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The Italians Honored World AIDS Day with Heart, Music, and Activism

by | Dec 13, 2019 | Family and Friends, Gay Life, Living with HIV/AIDS, Meth and Recovery, My Fabulous Disease, News, Prevention and Policy | 0 comments

With KOMOS, the LGBTQ choir of Bologna, Italy, as I bear witness to the HIV epidemic during their World AIDS Day event on November 30th, 2019.

What a distinct pleasure to be in the company of spirited Italians for the week of World AIDS Day in early December. I was honored to be the guest of Plus Onlus, their national coalition of gay men living with HIV and their allies, and on Saturday, November 30th, they joined forces with KOMOS, the Bologna LGBTQ chorus, for a night of music and advocacy that I will not soon forget.

My role was to present three segments to the audience which filled the Teatro Testoni to the rafters; the past, present, and future of the HIV epidemic. I was joined onstage by the charming Giulio Maria Corbelli, my host and translator, who gamely passed on my stories of mortality, survival, hope, and renewal to the audience.

I have so much more to say about the visit, including an emotional night among thirty gay Italians living with HIV, but for now, allow me to share some highlights of the World AIDS Day event itself.

When you live long enough with HIV, you get your own dressing room with a star on the door.

One of the performers at the event included Paula Lovely, a “dragtavist” who brought the crowd to its feet with her singing and candid observations as an outspoken queer person living with HIV. As you might imagine, we had an immediate connection.

My first segment was devoted to “the past,” in which I shared what it was like to make it out of the 1980s in one piece. Interestingly, the epidemic didn’t take hold in Italy until at least the late 1980s, so there was a more narrow window of mortality before life-saving medications arrived on the scene. Many Italians who are involved in the HIV community have never known someone lost to the disease. They were utterly silent during my recollections of the early days, and clearly aware of their good fortune.

Backstage with the fashion-forward men of KOMOS. Gay affections need no translation.

My second segment focused on “the present,” during which I explained the profound advancements of U=U and PrEP – and the crushing HIV social stigma that nevertheless permeates LGBTQ culture. The audience was especially receptive to my call for them to stand with us as people living with HIV and call out HIV stigma in their social circles and online.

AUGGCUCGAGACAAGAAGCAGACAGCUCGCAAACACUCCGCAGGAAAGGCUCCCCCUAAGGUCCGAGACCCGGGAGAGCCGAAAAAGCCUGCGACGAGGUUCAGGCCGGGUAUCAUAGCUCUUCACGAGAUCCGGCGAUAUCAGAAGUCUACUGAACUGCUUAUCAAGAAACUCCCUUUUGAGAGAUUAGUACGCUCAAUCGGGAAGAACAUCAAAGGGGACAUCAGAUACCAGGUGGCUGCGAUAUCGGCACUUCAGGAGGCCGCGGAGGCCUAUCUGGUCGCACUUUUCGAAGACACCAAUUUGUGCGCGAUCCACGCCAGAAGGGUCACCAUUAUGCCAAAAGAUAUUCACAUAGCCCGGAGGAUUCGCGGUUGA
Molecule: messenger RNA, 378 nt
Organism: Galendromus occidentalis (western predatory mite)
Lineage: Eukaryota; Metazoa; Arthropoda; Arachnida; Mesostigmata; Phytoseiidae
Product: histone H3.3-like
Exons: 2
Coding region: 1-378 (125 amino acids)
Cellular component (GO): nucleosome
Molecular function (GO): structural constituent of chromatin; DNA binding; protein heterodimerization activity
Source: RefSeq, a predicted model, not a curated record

Photo: Rosso di Sera

During “the present,” I took the opportunity to recognize my husband Michael. “When I realized I was going to live another thirty years,” I said, “I decided I wanted a sexy man to share it with.” I found him.

Photo: Rosso di Sera

Yes, I made three wardrobe changes for my three segments. I had more costuming than the drag queens. Here, one of the MCs, local personality Matteo Miglio, enjoyed knowing I didn’t speak a word of Italian. Each time I took the stage he introduced himself as a different Italian sex symbol. I smiled and nodded as the audience cracked up.

My final segment on “the future’ tried putting the AIDS crisis, and the tragedies that befall us, into some kind of perspective. If I can’t turn my tragic past into a tool to help other people, I asked, what the hell was the point of going through it?

The final performance of the evening brought everyone onstage for a haunting rendition of “Life on Mars.” Sitting beside me is another PLUS Onlus volunteer and event coordinator, Pietro Tomasi.

With the dedicated, very affectionate volunteers of my host organization, PLUS Onlus.

Please check out the YouTube channel for KOMOS, where more videos, including their musical performances from the event, will be posted in the days ahead.

My deepest thanks to PLUS Onlus, and my new friend and host Giulio, for making this trip so memorable!



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